Man who died after Taser stun was facing trial
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Man who died after Taser stun was facing trial

Chicago Sun Times | February 12, 2005

Ronald A. Hasse -- who died after police used a Taser stun gun to subdue him as he allegedly threatened to infect them with HIV -- was a former Chicago securities trader awaiting trial for burying a body on an Indiana farm.

The Cook County medical examiner's office said the cause of Hasse's death Thursday remained under investigation.

Still, Taser International Inc. saw its shares drop 9 percent Friday. The company is the manufacturer of the 200 stun guns the Chicago Police Department uses.

On Monday, a 14-year-old boy went into cardiac arrest after a Chicago Police sergeant used a Taser to subdue him at a Northwest Side school. Police were called after the 6-foot-2, 220-pound boy attacked three state home workers and punched out security windows.

The boy, a ward of the state, was taken off a ventilator Wednesday. The state Department of Children and Family Services has sued the city and the sergeant for negligence.

Sam Cappas, an Indiana attorney representing Hasse's family, said he also might file a lawsuit. "Obviously his parents are grieving over the loss of their son and are incensed the police would use a Taser on him even after it caused someone to go into cardiac arrest earlier this week."

Weapon used on yet another

Mayor Daley said Friday the city is looking into whether the police should continue using Taser stun guns. He called Hasse's death "unfortunate."

Daley said he would rely on the advice of police Supt. Phil Cline, who is not discontinuing the use of the 200 stun guns now in service, but has ordered a halt to the deployment of 100 more Tasers until the two incidents are investigated.

Even as the mayor announced the review of stun guns, a third incident was reported Friday. Police said they used a Taser to subdue a 29-year-old man who led them on a chase through the West Side -- at several points striking several squad cars.

Police had tried to stop the man at Central Park and Roosevelt for driving with tinted windows. When caught, the man struggled and a sergeant used a Taser, Sgt. Robert Cargie said.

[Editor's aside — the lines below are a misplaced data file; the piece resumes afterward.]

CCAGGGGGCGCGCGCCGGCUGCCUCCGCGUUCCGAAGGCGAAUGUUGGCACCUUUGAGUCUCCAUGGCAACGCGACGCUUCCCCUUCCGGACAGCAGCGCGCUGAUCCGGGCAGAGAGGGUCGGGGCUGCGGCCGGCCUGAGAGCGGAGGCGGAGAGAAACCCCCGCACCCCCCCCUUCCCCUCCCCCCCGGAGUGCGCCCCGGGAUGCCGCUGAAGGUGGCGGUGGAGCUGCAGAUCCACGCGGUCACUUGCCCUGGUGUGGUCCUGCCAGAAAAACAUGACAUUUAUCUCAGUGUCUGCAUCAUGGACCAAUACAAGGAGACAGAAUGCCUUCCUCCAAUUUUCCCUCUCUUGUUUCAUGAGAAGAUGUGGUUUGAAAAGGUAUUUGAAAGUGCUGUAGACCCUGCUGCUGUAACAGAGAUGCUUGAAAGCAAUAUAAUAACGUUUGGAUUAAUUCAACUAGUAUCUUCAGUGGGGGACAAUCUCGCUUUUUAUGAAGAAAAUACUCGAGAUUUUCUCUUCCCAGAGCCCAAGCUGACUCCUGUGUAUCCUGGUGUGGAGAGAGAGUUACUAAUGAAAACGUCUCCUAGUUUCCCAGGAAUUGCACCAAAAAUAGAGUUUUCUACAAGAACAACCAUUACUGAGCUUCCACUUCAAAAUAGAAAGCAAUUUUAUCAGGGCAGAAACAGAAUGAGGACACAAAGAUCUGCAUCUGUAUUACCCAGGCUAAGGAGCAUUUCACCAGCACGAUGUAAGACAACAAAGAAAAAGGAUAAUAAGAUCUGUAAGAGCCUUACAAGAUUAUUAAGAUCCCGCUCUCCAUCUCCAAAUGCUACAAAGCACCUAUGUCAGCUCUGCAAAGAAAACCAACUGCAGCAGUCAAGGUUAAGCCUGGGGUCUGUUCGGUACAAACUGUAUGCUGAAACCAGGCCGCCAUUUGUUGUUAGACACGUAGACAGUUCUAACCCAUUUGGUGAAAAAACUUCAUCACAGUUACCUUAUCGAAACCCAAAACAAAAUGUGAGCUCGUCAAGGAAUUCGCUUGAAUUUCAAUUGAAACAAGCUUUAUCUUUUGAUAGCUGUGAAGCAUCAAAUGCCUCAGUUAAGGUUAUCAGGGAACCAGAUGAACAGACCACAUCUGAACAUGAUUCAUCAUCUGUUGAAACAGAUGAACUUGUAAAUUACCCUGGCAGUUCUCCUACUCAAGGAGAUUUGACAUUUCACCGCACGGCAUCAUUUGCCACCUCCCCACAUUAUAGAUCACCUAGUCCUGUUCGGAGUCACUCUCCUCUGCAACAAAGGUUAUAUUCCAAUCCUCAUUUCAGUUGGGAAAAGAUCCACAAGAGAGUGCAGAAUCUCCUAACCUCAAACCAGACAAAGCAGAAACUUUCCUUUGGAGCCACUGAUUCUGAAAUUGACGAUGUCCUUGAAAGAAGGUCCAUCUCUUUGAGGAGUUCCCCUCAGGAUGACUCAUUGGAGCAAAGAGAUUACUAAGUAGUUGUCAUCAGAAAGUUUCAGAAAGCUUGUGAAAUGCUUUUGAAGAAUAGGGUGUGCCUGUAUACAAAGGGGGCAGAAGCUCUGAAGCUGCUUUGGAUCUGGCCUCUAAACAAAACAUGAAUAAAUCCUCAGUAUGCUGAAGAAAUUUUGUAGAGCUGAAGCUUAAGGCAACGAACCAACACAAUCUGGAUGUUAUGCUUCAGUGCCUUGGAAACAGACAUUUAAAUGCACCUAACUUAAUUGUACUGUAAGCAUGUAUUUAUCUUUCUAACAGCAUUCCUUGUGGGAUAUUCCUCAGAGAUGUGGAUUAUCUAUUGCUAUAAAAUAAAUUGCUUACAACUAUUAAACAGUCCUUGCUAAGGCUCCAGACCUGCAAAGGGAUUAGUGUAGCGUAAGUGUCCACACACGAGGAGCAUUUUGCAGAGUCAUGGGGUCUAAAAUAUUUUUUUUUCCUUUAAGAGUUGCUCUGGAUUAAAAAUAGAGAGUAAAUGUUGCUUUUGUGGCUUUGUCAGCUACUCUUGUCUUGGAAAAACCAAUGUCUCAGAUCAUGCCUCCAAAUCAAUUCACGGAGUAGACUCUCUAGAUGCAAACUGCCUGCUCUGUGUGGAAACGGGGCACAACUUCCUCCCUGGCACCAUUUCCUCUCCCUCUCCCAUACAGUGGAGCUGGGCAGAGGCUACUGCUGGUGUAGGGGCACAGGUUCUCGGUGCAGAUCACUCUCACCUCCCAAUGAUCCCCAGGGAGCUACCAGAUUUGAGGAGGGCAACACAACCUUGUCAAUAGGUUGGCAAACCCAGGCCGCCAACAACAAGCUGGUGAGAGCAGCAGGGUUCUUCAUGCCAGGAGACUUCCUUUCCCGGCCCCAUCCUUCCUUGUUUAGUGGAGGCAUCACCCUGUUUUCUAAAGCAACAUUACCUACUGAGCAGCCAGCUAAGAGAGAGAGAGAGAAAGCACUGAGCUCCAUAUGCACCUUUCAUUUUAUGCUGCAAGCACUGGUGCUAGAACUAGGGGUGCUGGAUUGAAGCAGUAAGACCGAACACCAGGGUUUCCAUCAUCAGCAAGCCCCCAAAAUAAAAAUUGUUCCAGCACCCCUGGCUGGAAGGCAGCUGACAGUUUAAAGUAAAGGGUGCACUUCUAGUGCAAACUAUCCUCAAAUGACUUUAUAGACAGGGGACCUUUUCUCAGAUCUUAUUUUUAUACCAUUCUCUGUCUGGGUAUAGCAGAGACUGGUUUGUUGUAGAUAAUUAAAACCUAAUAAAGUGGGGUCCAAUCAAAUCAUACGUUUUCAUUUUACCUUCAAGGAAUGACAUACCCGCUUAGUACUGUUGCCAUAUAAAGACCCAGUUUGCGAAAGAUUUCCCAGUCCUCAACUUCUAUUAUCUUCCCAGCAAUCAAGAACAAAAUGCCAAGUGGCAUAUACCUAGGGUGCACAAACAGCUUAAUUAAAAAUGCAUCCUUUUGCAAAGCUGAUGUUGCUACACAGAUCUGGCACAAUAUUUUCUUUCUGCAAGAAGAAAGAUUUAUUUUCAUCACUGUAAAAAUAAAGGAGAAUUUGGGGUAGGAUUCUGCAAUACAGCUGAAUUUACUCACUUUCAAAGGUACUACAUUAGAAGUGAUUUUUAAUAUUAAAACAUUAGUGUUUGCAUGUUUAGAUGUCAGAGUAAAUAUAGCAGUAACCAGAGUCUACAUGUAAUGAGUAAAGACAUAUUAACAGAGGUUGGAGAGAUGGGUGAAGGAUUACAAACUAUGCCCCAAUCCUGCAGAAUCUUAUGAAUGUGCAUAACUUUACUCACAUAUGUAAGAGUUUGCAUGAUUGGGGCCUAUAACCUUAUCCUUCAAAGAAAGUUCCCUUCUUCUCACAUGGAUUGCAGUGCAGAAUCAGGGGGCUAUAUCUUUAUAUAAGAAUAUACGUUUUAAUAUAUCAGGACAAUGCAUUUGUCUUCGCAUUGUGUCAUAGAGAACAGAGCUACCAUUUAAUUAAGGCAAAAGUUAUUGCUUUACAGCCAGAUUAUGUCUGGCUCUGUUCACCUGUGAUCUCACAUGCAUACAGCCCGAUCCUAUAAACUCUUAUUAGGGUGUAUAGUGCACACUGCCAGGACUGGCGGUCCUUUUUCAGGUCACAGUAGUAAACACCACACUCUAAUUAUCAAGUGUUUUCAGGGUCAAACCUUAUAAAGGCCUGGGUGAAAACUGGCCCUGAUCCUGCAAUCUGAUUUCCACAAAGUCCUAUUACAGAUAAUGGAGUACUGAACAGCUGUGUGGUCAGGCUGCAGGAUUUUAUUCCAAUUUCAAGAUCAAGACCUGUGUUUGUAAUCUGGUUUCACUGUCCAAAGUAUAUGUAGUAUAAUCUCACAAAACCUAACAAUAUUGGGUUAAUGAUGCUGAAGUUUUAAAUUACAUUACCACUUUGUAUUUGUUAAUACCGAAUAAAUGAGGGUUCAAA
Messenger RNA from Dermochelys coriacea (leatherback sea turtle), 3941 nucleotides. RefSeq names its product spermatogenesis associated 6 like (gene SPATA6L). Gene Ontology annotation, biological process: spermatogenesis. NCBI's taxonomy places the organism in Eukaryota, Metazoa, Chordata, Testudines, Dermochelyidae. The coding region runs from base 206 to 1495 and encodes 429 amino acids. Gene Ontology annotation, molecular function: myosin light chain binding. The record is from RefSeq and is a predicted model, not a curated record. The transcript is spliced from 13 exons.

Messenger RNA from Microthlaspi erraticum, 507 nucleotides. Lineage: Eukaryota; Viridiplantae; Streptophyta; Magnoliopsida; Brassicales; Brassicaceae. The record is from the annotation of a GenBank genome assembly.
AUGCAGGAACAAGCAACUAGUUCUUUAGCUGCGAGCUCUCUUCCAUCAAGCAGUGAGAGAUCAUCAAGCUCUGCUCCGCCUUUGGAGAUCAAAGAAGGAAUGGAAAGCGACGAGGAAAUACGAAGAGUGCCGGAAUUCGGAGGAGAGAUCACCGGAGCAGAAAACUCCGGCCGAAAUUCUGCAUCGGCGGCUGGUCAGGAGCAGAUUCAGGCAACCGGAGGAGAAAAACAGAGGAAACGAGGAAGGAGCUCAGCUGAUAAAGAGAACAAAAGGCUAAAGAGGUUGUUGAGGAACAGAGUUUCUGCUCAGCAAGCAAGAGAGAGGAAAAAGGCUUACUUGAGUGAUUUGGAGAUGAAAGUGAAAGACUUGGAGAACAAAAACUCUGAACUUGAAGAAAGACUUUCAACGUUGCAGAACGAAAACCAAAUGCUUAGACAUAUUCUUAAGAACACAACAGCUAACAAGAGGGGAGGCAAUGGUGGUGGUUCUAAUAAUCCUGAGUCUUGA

Michael Dunbar, of the 300 block of N. Massasoit Ave., was evaluated at a hospital and released to police.

Police have used Tasers in 150 incidents since the department started using them in the fall of 2003.

Questions have been raised across the country about Tasers, touted as a non-lethal weapon. In November, Amnesty International reported 74 Taser-related deaths since 2001 -- a figure the company disputes.

"Until all the facts surrounding the two tragic incidents in Chicago are known, it is inappropriate to jump to conclusions," said Steve Tuttle, a spokesman for Taser.

Hasse worked at the Chicago Board of Trade until a drug arrest wrecked his career, Cappas said.

In 2001, Hasse was at home in northwest Indiana partying with a friend, Jeffrey Haugh, and Michael Denvit, a man they met at a bar. Hasse later told police Denvit took GHB, the date-rape drug. Hasse said the next morning, Denvit was dead. Hasse said he did not call 911 because he did not trust the police and buried the body on his family's farm.

Hasse was facing trial in June on a charge of unlawful transport of a body and failure to notify police of a death, Cappas said.

Thursday afternoon, paramedics were called to a Lake View apartment building to treat Hasse for shortness of breath.

Hasse was visiting two roommates, but they asked him to leave when he became out of control, police said. He tried to kick and bite an officer, police said. A sergeant used a Taser to subdue Hasse after he was warned three times to calm down, police said.

The roommates, Eric Miller, 48, and Steven Giardino, 40, were charged Friday with possession of cocaine.

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